SIF Association

This blog is run by the staff of the SIF (Schools/Systems Interoperability Framework) Association for the use of it's members and the general educational community.

It is specifically designed for those who are interested in understanding what SIF is about, where the standard is going and how Schools, Districts and State Educational Authorities will benefit.

Monday, June 27, 2011

Documentation is for Everyone

Whenever someone is new to the Test Harness, I point out two important documents to read and understand.  The first is the FAQ the second is the HTTPS documentation.


Last week one of our members contacted me in the final stages of certifying one of their products.  Given only one class of tests remained, I figured we were way beyond anything the FAQ may cover.  Unfortunately, I was both right and wrong.  While the FAQ did not cover all the details involved in this situation, it proved to provide better background information than myself.  So if you will excuse me, I have some rereading to do.

John W. Lovell

Saturday, June 25, 2011

The limits of XML validation ... and how to extend them

Each XML element in the schema (XSD) for an XML document can be defined to be either mandatory or optional, depending upon the associated value of its “minoccurs” facet. If set to a zero (default) the element does not have to appear in the XML for the document to be valid. If set to a one, it must appear at least once or the XML document will be invalid. The problem is that this simplistic “all or nothing” metric results in almost all elements in a given document being declared as optional.
As a result, “valid” XML documents may be constructed which are missing key data elements necessary for providing an acceptable level of application interoperability.
What’s in a Name?
Consider “Middle Name”. Some students don’t have one, which means it must be an optional element of a Student object. Yet during testing, it is important to validate that an application can include a middle name in the “Create Event” for a Student, if the student does in fact have a middle name. Until now, there was no effective way to ensure that.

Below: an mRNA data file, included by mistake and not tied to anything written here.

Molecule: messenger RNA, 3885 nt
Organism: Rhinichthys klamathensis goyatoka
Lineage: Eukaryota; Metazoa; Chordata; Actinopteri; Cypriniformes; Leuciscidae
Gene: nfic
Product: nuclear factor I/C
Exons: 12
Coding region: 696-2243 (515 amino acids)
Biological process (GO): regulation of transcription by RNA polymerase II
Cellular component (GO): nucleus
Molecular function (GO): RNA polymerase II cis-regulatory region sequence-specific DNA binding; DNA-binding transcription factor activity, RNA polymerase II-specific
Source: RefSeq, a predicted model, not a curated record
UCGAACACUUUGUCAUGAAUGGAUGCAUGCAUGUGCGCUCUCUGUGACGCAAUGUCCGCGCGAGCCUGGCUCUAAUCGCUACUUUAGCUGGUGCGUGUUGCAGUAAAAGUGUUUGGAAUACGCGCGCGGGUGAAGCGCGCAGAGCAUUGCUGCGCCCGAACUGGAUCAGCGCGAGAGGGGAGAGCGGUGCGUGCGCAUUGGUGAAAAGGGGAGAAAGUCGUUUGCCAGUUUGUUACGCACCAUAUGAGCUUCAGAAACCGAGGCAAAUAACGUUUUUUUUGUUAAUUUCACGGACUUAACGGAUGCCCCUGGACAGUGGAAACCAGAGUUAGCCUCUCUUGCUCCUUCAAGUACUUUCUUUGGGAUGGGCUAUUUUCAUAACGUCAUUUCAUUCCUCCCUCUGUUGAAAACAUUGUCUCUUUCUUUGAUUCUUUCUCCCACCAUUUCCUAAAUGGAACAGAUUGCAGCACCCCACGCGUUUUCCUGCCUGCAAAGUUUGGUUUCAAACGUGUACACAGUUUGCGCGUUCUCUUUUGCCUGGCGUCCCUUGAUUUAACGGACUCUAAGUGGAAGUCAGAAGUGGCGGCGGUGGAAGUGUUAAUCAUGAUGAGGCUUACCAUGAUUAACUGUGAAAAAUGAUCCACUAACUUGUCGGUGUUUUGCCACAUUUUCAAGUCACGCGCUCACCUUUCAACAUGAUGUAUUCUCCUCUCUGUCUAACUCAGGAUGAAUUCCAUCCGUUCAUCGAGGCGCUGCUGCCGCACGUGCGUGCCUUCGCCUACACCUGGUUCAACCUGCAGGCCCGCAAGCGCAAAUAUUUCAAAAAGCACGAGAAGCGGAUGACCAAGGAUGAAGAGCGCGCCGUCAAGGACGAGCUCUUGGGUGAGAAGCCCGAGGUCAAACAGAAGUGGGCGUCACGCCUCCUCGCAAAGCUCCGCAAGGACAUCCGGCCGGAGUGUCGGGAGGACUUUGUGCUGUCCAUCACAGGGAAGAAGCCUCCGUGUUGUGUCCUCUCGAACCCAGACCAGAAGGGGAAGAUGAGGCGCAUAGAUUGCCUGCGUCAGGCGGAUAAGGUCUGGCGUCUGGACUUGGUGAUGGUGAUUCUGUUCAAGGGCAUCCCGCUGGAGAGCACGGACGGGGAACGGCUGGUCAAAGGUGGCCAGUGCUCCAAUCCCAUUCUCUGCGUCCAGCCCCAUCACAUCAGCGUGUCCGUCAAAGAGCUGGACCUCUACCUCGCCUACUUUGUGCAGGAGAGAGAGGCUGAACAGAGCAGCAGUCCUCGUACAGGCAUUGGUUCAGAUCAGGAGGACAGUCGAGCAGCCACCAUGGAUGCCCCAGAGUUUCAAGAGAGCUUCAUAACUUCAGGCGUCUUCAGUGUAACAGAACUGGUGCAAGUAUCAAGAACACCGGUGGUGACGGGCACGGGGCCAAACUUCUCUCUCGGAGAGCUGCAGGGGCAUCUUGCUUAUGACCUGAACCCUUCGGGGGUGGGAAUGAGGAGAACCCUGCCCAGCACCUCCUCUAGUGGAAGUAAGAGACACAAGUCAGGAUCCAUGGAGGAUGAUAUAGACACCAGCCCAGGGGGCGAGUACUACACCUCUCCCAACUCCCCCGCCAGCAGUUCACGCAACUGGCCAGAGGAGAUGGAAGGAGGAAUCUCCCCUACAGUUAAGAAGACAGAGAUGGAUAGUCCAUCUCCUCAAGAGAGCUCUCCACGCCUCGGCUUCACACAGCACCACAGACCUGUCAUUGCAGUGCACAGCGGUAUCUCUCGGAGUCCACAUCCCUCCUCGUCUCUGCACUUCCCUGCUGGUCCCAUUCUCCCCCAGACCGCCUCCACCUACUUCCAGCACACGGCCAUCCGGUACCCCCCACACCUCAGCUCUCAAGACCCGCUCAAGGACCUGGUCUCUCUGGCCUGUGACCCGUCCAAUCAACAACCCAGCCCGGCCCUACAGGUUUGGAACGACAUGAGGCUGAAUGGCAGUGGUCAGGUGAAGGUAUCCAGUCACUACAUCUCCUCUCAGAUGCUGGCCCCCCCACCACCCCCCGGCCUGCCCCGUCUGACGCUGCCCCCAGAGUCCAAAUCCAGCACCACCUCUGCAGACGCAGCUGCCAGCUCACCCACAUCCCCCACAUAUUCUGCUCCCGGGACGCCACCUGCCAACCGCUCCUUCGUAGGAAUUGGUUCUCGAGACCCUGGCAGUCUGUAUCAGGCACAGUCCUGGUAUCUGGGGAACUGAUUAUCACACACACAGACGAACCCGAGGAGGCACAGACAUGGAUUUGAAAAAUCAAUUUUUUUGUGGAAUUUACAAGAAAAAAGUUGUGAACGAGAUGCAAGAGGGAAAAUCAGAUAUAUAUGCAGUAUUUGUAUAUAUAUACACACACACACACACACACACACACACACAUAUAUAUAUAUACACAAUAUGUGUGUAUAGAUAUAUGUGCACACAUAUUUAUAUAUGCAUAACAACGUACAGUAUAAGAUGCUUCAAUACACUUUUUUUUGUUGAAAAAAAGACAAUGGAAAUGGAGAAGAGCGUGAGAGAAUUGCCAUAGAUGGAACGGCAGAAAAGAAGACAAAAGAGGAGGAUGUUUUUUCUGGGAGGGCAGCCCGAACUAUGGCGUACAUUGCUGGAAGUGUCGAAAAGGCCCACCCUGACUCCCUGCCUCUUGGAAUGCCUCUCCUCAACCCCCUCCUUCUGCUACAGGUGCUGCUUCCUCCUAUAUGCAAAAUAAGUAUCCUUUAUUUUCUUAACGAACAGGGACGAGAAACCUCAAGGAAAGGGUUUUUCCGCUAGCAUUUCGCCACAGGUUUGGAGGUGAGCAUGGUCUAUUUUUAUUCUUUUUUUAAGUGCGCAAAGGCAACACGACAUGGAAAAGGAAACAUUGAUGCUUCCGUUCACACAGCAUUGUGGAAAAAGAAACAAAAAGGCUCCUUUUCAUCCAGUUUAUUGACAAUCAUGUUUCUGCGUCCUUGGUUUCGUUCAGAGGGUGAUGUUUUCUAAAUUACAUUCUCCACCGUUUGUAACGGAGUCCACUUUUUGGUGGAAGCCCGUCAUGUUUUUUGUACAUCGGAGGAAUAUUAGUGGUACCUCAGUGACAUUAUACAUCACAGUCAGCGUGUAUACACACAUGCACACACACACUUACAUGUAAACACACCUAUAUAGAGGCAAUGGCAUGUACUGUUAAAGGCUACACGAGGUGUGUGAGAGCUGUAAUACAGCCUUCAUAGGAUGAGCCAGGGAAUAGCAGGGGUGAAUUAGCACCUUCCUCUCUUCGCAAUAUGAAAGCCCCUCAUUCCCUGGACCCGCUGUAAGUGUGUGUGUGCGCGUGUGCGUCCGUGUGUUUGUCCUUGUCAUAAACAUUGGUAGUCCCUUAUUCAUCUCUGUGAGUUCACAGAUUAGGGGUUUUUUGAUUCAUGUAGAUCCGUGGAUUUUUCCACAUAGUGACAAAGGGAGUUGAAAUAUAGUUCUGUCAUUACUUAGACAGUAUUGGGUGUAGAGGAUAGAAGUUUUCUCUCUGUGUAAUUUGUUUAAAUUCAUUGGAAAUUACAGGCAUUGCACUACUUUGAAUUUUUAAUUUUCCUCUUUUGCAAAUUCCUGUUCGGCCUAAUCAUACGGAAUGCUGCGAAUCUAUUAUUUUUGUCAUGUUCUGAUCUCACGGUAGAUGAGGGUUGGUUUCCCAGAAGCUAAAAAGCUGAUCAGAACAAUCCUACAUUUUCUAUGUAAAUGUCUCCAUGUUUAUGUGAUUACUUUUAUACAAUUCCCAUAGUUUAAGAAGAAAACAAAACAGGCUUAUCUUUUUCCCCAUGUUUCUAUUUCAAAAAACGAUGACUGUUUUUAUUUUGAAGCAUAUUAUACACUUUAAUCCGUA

One obvious solution is to change the XML schema used during testing, to make Middle Name mandatory. So in the test cases at least, every student just happens to have a middle name, and if the application does not include it, it is a validation error.
Validation in the 4th Dimension
This rather straightforward solution comes up short in a few important cases. When many schools create a new section of an existing course, they may do so before assigning a room or a teacher to that section. This means the Create Event for a Section object cannot be required to contain the teacher or room even in a test situation, because that would violate the defined way the “Create Section” process evolves over time. Yet before any section can become “active” the Section object provider must issue one or more Change Events which contain these elements. But how can this time-based process requirement be verified?
The whole is greater than the sum of its parts
This issue was particularly challenging for the US Data Profile team, whose charter is to “define a higher level of SIF certification testing and to collaborate on a identifying the key set of K-12 objects and elements utilized by multiple states”. They had identified a set of currently optional SIF elements which needed to be provided by any application being certified to the US Data Profile. These included both middle name and the teacher of a section.
Their solution to ensuring whether a SIF application truly provides all “supported elements” rests on the following two techniques:
1. Every test case will include the supported element
2. The supported element will be made mandatory in the schema of the object response message
The first technique handles supported elements like “middle name”. The second allows supported elements to be provided in either the Create Event or in a later Change Event. The elements remain optional in these schemas and no validation error results if the element is missing from one or more of these Events. But at some point during the testing, a Request of the object will be issued and the Response must contain the element.
In this way, it can be verified that any application certified for the US Data Profile does in fact provide all Supported elements. This technique will be reused elsewhere in the SIF standard to tighten certification testing and increase the level of out of the box (OOB) interoperability between certified SIF applications.